Category Archives: Ethics


A friend on my Facebook posted this image:

Spock says:
“Neither of you can prove or disprove God”
“Checkmate Christians & atheists”

I replied as follows (and wanted to repost it here):

Ignoring that science is not actually in the business of “proving” things, but rather gathering evidence through investigation.

Ignoring that if you’re going to use a standard of knowledge that requires “proof” or “absolute certainty” then you actually can’t prove or know anything. And I mean *literally* anything. You can’t prove that the sky is blue because for all you know we’re in the Matrix right now and the actual sky is violet.

Ignoring that Christians can’t even agree among themselves as to the characteristics of the god they believe in; let alone the hundreds of other religions in the world.

Ignoring that, actually, if your claims about gods require preconditions that contradict things that we know about reality, then yeah… you can eliminate the possibility of that god existing. Further, if your the preconditions of that god are logically impossible then you’ve again precluded the possibility of his existence.

Ignoring that absence of evidence is, in fact, the only *possible* evidence of absence, and that you don’t believe in leprechauns, unicorns, fairies or mermaids for the exact same reason that atheists don’t believe in gods (ie: complete and utter lack of evidence for their existence).

Ignoring all that and supposing for the sake of argument that we have absolutely no idea whether or not any gods exist:

Without being able to prove that religion is correct, you don’t get to impose it on other people. There’s no reason to deny loving same-sex couples the right to marry. There’s no reason to institute mandatory prayer in schools. There’s no reason to splash acid in the faces of women for wanting to go to school or drive a car. There’s no reason to refuse to help the poor because they’ll just get some really good shit in their next life. There’s no reason to deny women their rights to bodily autonomy. There’s no reason to deprive children of necessary lifesaving medical technology like vaccinations or blood transfusions.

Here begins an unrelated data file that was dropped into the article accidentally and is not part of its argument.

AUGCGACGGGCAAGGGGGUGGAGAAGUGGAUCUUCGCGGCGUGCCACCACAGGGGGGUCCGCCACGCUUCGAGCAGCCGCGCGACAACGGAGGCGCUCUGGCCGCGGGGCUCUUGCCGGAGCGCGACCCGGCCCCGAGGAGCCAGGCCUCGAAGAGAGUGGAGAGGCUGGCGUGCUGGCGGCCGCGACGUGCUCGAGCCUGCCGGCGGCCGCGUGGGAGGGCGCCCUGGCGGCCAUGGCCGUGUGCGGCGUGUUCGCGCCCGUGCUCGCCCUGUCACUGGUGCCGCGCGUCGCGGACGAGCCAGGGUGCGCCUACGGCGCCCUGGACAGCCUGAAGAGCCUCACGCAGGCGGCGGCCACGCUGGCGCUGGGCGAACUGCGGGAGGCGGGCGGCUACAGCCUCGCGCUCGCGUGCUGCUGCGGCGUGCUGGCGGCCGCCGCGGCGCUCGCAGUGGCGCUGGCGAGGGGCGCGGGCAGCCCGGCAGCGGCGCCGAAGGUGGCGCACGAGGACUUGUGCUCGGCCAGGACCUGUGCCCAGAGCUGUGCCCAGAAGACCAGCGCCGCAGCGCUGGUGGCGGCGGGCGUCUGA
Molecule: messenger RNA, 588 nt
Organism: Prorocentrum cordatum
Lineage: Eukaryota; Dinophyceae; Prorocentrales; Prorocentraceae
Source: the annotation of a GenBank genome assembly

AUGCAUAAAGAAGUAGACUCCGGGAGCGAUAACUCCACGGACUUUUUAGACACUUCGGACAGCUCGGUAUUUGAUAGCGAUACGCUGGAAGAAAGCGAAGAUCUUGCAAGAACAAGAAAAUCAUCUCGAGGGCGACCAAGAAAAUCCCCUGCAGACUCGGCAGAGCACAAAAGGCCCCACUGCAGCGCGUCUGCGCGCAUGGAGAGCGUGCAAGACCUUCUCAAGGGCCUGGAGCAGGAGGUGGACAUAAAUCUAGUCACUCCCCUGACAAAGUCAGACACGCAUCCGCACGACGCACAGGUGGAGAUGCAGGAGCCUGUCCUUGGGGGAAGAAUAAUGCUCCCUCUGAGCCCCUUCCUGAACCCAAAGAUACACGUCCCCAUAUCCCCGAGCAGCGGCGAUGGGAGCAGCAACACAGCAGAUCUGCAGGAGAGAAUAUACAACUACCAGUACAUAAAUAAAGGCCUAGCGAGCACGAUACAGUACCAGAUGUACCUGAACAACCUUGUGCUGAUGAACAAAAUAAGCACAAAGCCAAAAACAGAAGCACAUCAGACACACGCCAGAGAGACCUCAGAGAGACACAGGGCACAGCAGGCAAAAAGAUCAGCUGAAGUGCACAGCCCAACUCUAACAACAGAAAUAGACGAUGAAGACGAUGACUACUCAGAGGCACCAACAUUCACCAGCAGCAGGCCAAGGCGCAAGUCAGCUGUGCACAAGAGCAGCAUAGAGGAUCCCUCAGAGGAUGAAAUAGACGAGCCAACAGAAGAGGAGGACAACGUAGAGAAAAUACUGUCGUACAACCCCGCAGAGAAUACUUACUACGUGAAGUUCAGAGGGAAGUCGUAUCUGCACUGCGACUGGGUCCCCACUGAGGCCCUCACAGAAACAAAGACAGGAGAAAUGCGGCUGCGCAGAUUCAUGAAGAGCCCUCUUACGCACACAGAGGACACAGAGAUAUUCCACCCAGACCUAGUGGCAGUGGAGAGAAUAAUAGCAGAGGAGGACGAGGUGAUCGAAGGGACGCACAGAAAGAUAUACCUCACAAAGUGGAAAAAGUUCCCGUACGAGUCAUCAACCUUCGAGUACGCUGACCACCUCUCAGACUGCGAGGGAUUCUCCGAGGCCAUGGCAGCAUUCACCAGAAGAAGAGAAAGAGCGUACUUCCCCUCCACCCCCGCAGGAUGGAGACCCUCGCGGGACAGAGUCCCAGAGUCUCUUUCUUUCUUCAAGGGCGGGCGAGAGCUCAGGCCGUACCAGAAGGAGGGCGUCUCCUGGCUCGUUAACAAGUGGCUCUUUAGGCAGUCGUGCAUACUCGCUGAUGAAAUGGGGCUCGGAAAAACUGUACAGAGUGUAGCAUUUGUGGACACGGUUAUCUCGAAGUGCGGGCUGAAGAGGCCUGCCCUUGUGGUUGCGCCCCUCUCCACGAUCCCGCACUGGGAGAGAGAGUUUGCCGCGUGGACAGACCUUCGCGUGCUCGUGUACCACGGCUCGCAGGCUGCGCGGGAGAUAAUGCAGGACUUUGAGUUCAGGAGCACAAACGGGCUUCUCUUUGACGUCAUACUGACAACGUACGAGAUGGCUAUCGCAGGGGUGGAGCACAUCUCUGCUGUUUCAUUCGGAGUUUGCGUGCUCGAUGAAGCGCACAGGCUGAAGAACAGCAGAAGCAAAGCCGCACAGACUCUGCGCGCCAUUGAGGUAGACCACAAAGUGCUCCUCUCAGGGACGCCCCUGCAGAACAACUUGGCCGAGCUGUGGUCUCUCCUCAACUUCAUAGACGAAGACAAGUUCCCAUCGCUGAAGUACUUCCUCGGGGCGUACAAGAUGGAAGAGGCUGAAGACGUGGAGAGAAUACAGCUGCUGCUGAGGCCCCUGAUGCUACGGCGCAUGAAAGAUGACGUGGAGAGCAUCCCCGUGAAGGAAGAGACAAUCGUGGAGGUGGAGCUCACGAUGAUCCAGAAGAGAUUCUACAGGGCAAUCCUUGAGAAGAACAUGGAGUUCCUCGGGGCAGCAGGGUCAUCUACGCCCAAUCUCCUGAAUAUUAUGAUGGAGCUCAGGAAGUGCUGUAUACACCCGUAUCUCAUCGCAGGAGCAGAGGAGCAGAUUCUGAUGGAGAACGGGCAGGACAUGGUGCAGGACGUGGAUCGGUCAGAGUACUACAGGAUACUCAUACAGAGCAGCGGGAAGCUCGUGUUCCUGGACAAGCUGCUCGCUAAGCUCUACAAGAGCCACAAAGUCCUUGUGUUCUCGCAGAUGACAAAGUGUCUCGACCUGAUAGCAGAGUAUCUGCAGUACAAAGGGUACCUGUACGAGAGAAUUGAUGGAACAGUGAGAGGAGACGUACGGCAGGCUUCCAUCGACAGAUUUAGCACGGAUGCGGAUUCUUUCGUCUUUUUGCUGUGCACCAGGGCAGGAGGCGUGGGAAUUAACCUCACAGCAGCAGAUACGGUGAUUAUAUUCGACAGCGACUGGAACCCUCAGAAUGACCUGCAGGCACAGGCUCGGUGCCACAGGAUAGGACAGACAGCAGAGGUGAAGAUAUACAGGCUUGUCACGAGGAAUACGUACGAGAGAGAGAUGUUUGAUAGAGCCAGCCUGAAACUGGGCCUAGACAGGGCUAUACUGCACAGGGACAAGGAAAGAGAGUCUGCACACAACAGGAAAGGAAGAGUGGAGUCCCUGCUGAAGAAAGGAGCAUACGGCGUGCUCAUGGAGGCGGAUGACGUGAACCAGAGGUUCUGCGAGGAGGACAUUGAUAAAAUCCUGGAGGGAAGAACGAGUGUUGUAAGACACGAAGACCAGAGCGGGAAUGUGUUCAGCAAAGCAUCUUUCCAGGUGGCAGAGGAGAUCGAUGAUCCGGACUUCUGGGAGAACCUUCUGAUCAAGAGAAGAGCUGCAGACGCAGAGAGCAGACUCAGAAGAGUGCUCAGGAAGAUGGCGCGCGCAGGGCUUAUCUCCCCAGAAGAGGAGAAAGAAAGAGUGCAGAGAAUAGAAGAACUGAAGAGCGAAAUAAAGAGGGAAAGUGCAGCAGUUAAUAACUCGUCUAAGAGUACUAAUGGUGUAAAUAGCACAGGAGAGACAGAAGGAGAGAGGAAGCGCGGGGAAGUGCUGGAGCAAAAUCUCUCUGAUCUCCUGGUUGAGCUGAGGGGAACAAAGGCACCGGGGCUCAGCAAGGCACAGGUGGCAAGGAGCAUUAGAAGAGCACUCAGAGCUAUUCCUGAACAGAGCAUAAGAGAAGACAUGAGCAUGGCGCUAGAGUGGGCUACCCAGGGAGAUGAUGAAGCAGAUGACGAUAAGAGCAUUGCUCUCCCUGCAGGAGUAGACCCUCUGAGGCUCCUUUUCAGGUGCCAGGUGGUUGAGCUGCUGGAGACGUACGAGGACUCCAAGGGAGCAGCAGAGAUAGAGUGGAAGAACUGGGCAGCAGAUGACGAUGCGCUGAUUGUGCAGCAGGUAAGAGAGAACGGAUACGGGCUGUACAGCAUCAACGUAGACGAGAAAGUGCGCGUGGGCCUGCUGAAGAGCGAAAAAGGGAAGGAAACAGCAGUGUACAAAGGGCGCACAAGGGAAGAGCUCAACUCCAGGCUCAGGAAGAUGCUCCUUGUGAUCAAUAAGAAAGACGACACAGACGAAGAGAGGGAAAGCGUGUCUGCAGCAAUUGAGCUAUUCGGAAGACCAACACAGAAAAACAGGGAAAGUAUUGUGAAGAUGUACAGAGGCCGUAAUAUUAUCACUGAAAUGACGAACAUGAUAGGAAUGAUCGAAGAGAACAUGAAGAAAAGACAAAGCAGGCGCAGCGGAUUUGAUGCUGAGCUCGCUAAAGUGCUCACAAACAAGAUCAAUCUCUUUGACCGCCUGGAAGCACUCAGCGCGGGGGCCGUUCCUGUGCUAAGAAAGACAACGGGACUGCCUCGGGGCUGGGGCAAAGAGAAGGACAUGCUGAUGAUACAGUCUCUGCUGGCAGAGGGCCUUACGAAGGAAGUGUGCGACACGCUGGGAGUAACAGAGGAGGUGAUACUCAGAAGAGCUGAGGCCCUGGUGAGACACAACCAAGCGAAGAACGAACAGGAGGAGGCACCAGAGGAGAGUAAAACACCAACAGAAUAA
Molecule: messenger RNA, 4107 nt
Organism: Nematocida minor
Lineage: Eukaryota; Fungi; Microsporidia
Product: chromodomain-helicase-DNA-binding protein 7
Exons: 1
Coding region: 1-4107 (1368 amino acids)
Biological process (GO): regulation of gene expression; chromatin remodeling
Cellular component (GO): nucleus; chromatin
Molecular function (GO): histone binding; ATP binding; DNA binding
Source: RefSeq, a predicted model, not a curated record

In the argument between atheists and religious folks guess who’s fully on the side opposing all those things?

That’s right, the atheists.

We don’t do it for ourselves, we do it for everyone. So that nobody has to be oppressed by the religious segments of society.

And you know what? If nobody on the planet were harmed in any way by religion, then I’d still argue with religious people, but it would be in the same way I argue with people who think that Star Wars is better than Star Trek: at the end of the day, it doesn’t matter because neither of us are going to go home and starve our children because of our religious beliefs (or lack thereof).

But we don’t live in that world. We live in a world where all the things I listed above happen. A lot.

And before you throw up the “not all religious people are like that” argument, let me just tell you: I don’t care. I don’t give one half of the tiniest shit about that. The fact that it happens AT ALL is the problem.

That’s why the atheists fight.